Welcome to NCEC's May 2020 newsletter.
In this edition, we're taking a look at the resources we can offer your organisation to help you not just survive but thrive in the face of COVID-19. We will be then reporting on updates to some of the regulatory legislation deadlines and discuss the newly released SCIP database prototype. We will also discuss how NCEC is maintaining service delivery during COVID-19.
We are also hosting a number of webinars on topics including business recovery in the face of coronavirus, ensuring your safety datasheets are complaint and the new SCIP database.
I hope you find this newsletter informative. Please feel free to contact me with any comments or suggestions for future content.
Director – NCEC
Under the current environment of COVID-19, we at NCEC wanted to provide an update on how we are keeping your emergency response (ER) provision and our other services functioning at the normal level of excellence, while ensuring the wellbeing of our staff.
Our emergency response, crisis consultancy, regulatory services along with all other business administrative services continue to provide our clients and customers the same level of service as before, with most of the staff working from home and with utmost level of safety provided to those working from the office.
Read how we aim to maintain 'zero harm from incidents' at this time
In addition, our colleagues across Ricardo are directly supporting organisations and communities affected by COVID-19 with the manufacturing and donation of purpose-designed protective face shields along with helping healthcare companies to scale up production of patient monitoring systems, as well as analysing the effect of COVID-19 on UK air pollution.
Read more on how Ricardo is supporting those on the frontline
The most obvious impact of COVID-19 is how people and organisations are affected by it. And whether infected or not, the associated preventive measures to this outbreak have fundamentally changed our social and professional working practices.
Find out how you can maintain business continuity
Organisations are feeling pressurised to adapt quickly – not only to protect their staff and customers, but also to ensure they can protect their financial viability and the livelihoods of employees.
Ricardo’s crisis management experts, Evie Whatling and Gareth Black, recently contributed to the Crisis Response Journal with their view on how planning assumptions can be used to help organisations prepare effective forecasts and start scenario planning to establish a resilient and adaptive culture that will thrive alongside COVID-19.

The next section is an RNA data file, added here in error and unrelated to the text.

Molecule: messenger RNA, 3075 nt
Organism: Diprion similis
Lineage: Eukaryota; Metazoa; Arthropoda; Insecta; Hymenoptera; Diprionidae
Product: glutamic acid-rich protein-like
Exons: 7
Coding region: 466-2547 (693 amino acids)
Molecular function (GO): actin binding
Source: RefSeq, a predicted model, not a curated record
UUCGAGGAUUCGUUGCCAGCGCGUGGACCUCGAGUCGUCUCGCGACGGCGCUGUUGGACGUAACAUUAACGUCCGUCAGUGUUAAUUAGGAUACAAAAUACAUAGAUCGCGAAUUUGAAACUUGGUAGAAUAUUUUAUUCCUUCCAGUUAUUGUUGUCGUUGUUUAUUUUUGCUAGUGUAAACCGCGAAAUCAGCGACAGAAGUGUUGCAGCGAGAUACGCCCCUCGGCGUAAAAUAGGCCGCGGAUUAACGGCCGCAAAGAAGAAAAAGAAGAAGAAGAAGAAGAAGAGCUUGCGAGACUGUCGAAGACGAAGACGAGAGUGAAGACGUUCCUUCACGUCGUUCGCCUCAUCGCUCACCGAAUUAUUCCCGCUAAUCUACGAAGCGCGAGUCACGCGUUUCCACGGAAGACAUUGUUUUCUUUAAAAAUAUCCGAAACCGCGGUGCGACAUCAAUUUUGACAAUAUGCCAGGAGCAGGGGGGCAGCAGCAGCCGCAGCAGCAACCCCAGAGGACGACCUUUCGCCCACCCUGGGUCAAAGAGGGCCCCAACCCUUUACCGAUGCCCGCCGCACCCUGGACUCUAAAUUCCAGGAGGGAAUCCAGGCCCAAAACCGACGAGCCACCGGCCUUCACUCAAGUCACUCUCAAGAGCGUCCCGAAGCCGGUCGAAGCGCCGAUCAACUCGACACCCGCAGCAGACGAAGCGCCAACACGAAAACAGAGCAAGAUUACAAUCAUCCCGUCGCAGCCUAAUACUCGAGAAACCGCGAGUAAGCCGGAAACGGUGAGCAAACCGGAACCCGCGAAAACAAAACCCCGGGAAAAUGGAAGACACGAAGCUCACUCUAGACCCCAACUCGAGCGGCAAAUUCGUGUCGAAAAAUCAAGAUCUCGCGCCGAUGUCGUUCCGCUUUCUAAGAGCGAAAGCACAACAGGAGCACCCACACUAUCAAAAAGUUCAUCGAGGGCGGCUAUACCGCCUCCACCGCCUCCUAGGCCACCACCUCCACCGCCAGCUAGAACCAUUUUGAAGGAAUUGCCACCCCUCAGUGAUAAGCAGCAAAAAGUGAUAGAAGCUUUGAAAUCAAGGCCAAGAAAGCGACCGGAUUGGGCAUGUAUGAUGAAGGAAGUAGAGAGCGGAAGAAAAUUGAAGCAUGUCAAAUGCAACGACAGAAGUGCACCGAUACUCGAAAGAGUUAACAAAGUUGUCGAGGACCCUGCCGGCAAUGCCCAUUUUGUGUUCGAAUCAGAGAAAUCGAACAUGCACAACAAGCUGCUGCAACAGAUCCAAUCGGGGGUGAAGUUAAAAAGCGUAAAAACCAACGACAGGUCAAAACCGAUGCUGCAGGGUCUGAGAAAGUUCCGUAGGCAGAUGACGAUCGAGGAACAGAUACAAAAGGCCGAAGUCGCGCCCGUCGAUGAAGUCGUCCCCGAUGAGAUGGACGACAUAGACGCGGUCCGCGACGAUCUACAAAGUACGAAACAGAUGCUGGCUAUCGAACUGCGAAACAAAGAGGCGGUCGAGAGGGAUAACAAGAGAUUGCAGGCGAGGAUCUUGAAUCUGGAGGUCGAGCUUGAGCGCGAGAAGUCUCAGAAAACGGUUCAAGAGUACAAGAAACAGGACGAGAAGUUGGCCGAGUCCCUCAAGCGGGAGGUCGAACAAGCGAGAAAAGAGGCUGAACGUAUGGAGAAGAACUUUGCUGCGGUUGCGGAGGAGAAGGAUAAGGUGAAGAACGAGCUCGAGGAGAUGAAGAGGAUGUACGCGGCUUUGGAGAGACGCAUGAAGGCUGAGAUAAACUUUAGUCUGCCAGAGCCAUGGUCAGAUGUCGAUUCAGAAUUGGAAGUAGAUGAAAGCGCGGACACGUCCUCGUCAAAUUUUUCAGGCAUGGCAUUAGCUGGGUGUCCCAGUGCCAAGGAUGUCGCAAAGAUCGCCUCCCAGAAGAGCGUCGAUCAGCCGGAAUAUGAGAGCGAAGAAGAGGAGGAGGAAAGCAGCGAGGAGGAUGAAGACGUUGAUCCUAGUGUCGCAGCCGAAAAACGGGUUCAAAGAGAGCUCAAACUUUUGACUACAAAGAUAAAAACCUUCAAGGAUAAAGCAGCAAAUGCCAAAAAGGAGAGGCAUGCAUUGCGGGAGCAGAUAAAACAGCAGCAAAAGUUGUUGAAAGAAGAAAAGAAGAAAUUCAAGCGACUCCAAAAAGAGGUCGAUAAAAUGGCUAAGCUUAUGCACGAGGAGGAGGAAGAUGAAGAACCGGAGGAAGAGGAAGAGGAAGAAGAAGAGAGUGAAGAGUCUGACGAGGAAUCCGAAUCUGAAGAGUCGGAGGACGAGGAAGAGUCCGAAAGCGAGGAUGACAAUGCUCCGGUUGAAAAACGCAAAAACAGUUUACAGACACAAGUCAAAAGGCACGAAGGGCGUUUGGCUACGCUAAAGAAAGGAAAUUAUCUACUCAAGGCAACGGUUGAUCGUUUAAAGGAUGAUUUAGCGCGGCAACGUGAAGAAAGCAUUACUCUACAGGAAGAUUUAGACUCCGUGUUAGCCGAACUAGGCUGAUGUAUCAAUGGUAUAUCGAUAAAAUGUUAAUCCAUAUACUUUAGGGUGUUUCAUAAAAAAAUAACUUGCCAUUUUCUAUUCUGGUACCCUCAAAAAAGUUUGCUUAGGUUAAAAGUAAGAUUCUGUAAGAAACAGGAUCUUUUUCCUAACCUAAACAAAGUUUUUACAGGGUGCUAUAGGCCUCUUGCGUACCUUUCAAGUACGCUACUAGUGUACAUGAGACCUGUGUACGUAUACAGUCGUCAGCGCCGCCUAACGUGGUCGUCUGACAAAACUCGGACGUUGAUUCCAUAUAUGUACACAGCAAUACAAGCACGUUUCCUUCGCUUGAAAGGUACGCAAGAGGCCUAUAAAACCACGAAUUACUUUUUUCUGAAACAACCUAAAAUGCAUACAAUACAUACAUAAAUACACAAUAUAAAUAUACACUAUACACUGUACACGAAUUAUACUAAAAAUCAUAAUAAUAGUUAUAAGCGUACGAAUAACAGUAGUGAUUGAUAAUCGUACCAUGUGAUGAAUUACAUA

Read more about surviving and thriving alongside COVID-19
Register for 'COVID-19: business recovery and long-term planning in an uncertain world'
To help your your business adapt to the “current normal” world we currently inhabit, learn about the adaptive measures you can take now to minimise further business disruption and help you to begin planning for the “new normal”; a world beyond COVID-19, Ricardo will be hosting a free webinar on 'COVID-19: business recovery and long term planning in an uncertain world' on 20 May, 14:00 (BST).
Ricardo’s business continuity specialists have also developed an easy-to-use toolkit that can be used to create a business continuity and recovery plan. The completion of this toolkit will provide organisations a series of intervention activities to mitigate the potential impacts that arise during a pandemic and a plan to manage the ongoing continuity of your business. We also have a free checklist which includes clear, concise and practical actions that an organisation should look to complete to create business continuity plans
Find out more about the toolkit here
Download the checklist here
Under the current circumstances, one of our sales executives, Chris Toon, provided us with some useful advice on how to adapt to working at home and how to ‘home educate’ children alongside it. It was so insightful, that we thought we should share it with our customers.
Read more on how Chris survives working from home
If you have any concerns about how to go about preparing or updating a business impact assessment, crisis management plan, business continuity plan or a pandemic response plan, please don’t hesitate to contact us at firstname.lastname@example.org.
Over the past two months, we have received a number of calls on our dedicated Chemsafe 24/7 emergency response helpline from the UK fire and rescue services (FRS) relating to best practice when operating in the COVID-19 atmosphere. While every incident is unique, we have pulled together some consistent recommendations on how to minimise risk to deployed FRS personnel in the UK in this guidance note, based on information from safety organisations around Europe.
Read here for control measure considerations during COVID-19 incidents
FRS personnel are advised to use this note in conjunction with the advice provided by their respective governing bodies. We will continue to monitor the situation and update this if, and when, new information becomes available. We hope you find this information useful.
Polling during our recent webinar ‘Best practice in telephone emergency response’ hosted in partnership with Cefic and BASF revealed that almost 60% of attendees thought they needed to make adjustments to their telephone emergency response provision.
Unnecessary downtime caused by confusion over how to respond appropriately to an incident or an overestimation of the potential hazards can exacerbate emergency situations - leaving your business open to prolonged risk and disruption. Information-only services have many limitations and only actionable, proportionate advice can really change the impact of an incident, and ultimately reduce harm (and associated costs). This is especially relevant if hazardous substances are involved.